RoadHacker::The Great Basin is Great
I just completed a 2,255 mile roadtrip through and around the Great Basin. The fly/drive trip took six days/five nights. I have completed the Great Basin Roadtrip Slideshow.

[Extra] Today is yet another Friday the 13th.

[13 August 2004 (summer break 2004 ends today; 89° at 8:22am) top]


Week Ending 30 July 2004

Computing::OSDN Changes Name To OSTG
The Open Source Developers Network has changed its name to the Open Source Technology Group. I think this is a good move for VA Software with their wholly-owned OSTG.com collection of web properties such as Slashdot, SourceForge, ITManagers Journal, Linux.com, NewsForge, ThinkGeek, FreshMeat, and so on. The OSTG motto is "Where Technology is Going." {OSTG.com:: Open Source Technology Group}

DeadTeam::Francis Crick and Rosalind Franklin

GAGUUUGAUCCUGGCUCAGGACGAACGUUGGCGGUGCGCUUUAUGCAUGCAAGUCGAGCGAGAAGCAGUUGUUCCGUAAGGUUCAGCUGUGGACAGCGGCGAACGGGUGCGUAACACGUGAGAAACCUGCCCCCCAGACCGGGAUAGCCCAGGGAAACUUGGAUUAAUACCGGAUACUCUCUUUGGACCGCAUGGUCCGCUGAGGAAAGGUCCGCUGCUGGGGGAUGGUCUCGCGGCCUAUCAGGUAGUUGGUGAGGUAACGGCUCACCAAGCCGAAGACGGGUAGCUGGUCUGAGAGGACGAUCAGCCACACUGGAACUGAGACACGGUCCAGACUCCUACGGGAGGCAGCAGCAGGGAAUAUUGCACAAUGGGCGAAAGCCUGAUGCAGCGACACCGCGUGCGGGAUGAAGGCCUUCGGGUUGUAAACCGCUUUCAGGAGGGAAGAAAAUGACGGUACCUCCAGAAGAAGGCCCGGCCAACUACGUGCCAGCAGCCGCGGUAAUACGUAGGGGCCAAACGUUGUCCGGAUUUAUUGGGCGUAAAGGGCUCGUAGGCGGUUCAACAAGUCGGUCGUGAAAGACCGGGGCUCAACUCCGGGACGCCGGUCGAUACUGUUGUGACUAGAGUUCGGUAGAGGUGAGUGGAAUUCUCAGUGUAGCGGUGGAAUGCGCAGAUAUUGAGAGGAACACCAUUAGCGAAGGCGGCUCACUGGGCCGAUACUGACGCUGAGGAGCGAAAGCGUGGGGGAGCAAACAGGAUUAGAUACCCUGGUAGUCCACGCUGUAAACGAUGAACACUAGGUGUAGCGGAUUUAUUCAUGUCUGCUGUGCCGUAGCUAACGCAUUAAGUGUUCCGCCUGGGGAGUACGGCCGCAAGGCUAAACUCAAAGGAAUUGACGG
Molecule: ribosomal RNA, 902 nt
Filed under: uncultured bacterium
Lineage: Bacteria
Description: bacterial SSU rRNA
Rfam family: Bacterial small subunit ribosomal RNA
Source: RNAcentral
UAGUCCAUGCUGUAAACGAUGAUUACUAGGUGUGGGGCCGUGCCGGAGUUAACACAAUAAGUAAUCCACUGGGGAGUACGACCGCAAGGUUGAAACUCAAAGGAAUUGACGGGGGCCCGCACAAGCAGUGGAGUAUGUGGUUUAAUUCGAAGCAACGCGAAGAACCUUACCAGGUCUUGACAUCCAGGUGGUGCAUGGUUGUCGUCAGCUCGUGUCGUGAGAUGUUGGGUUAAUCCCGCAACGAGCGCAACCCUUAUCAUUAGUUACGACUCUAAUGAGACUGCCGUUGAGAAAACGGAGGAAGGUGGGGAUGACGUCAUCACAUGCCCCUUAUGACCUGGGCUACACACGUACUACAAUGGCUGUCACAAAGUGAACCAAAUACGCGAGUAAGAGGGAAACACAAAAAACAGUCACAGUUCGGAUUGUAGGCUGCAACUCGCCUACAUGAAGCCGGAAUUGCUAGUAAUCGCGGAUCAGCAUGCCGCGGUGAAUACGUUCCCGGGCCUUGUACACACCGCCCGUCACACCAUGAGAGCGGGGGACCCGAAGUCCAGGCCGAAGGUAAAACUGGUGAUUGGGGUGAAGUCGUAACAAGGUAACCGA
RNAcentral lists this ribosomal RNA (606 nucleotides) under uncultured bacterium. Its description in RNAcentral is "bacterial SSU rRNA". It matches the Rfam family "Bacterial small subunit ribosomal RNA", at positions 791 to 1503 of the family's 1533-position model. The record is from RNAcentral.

The worlds of biology and computer are rapidly merging. More and more Computer Scientists can see using dna-computers in our computing future. Francis Crick helped discover the double-helix structure of DNA back in the 1950s. He did on Thursday, 29 July 2004, at the age of 88. He has been added to the GDT:: DeadTeam.

Thanks to inputs from CaitlinG, Rosalind Franklin -- who was a DNA guru back in the 1950s -- was also added to the GDT:: DeadTeam. Franklin died in 1958 at the age of 37 and her work provided useful insights in the some of the discoveries made by Crick.

RoadHacker::Great Basin Here I Come
On Sunday, 01 August 2004, start a fly/drive roadtrip around and through the Great Basin shared between Utah, Nevada, Oregon, and Idaho. Here is the roadtrip plan.